Use this URL to cite or link to this record in EThOS: https://ethos.bl.uk/OrderDetails.do?uin=uk.bl.ethos.501440
Title: Dynamics of the host and vector response to malaria
Author: Cromer, Deborah
ISNI:       0000 0004 2672 8067
Awarding Body: Imperial College London
Current Institution: Imperial College London
Date of Award: 2008
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Abstract:
This thesis presents a dual pronged approach to understanding malaria through the use of mathematical models. We present models both of infection within the host and of the immune response in the vector. The within host malaria model explores effects of the parasite's preference for young cells and the replacement rate of red blood cells (RBCs). We quantify the preference of the P. berghei parasite for young RBCs at 150 fold over older cells and deduce that the production of new cells is not suppressed during this rodent malaria infection. By altering the model slightly we apply it to a human malaria infection, and predict an optimal rate of RBC replacement during a malaria infection. This optimal rate is dependent on the preference of the parasite for younger cells and is generally far lower than the "healthy" replacement rate. This observation can explain experimental findings that iron deficient and anaemic children are less susceptible to malaria whilst iron supplemented children are more susceptible. The work pertaining to the vector response involves a model of cooperative gene regulation by two transcription factors. This is of particular relevance to studying the mosquito's immune response to the malaria parasite, as the immune genes are believed to be regulated by two transcription factors, REL1 and REL2. Using data from wild-type and knockdown cells we extract the activity profiles of the two transcription factors, and predict the sensitivity of target genes to each of the factors. This model should aid in understanding the mosquito immune response. Overall the thesis presents attempts at modelling the effects of malaria in mice, men and mosquitoes. The conclusions we are able to draw from our models provide insight into the factors affecting the dynamics of infection and form as a basis on which further studies can be built.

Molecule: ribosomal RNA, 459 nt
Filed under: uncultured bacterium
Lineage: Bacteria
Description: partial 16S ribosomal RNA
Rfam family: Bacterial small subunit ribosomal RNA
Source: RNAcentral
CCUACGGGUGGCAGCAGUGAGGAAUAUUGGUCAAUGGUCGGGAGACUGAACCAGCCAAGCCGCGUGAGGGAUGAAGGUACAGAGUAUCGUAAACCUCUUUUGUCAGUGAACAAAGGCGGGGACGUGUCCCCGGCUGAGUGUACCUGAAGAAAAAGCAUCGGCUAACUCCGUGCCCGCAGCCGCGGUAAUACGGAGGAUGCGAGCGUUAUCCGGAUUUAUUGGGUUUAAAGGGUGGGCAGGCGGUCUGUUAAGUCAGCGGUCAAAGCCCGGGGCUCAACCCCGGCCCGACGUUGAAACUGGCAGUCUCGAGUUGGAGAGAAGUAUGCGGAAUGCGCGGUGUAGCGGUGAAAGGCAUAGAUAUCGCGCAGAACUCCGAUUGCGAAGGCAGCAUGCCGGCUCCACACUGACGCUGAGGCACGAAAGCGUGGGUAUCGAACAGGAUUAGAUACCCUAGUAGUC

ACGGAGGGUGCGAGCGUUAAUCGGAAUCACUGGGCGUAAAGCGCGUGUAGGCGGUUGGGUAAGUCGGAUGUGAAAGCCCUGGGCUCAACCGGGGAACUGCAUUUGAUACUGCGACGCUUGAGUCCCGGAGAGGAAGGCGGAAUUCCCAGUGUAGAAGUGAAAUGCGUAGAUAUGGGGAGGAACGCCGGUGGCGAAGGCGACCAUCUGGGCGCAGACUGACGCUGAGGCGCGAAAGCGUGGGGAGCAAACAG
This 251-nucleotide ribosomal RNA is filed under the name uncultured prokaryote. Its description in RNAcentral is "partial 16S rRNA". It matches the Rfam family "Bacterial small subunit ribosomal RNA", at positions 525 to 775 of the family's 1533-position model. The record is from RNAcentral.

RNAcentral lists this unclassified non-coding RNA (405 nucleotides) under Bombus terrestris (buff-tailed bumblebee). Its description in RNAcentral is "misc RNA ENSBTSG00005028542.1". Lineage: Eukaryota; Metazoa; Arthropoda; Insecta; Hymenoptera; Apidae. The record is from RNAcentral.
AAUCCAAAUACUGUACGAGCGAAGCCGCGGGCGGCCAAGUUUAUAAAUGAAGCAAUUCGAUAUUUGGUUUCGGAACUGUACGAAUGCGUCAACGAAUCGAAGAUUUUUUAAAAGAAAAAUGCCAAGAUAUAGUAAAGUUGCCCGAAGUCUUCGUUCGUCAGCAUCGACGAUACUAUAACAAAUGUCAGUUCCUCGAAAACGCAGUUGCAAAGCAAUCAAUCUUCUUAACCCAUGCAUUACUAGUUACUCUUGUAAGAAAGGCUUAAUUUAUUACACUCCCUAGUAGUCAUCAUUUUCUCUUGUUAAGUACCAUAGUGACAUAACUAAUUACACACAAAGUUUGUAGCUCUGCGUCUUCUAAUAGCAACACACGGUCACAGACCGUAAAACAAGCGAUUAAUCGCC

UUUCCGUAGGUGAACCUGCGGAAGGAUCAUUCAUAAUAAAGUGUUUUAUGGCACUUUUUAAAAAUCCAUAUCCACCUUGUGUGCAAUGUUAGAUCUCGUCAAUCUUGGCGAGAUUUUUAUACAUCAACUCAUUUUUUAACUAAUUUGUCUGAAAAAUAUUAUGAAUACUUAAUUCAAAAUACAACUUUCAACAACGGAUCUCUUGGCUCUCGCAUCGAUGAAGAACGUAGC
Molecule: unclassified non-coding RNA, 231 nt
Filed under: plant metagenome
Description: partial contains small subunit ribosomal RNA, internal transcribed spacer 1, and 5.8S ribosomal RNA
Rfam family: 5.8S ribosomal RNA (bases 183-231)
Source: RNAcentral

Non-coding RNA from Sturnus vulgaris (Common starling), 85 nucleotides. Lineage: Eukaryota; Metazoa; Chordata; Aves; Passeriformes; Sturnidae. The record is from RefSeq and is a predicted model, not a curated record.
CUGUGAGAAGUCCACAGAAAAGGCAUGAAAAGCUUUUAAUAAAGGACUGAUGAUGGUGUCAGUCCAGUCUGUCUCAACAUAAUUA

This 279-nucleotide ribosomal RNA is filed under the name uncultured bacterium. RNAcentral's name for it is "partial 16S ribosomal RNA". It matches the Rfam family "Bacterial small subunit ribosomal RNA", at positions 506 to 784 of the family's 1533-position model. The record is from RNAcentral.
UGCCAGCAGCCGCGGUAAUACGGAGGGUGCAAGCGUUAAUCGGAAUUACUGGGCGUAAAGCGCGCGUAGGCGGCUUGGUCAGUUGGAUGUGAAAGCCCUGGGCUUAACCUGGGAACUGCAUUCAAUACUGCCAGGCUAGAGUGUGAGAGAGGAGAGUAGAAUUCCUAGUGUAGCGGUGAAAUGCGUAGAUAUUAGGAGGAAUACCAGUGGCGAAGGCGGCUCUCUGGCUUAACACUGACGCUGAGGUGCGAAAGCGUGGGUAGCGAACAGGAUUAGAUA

Supervisor: Not available Sponsor: Not available
Qualification Name: Thesis (Ph.D.) Qualification Level: Doctoral
EThOS ID: uk.bl.ethos.501440  DOI: Not available
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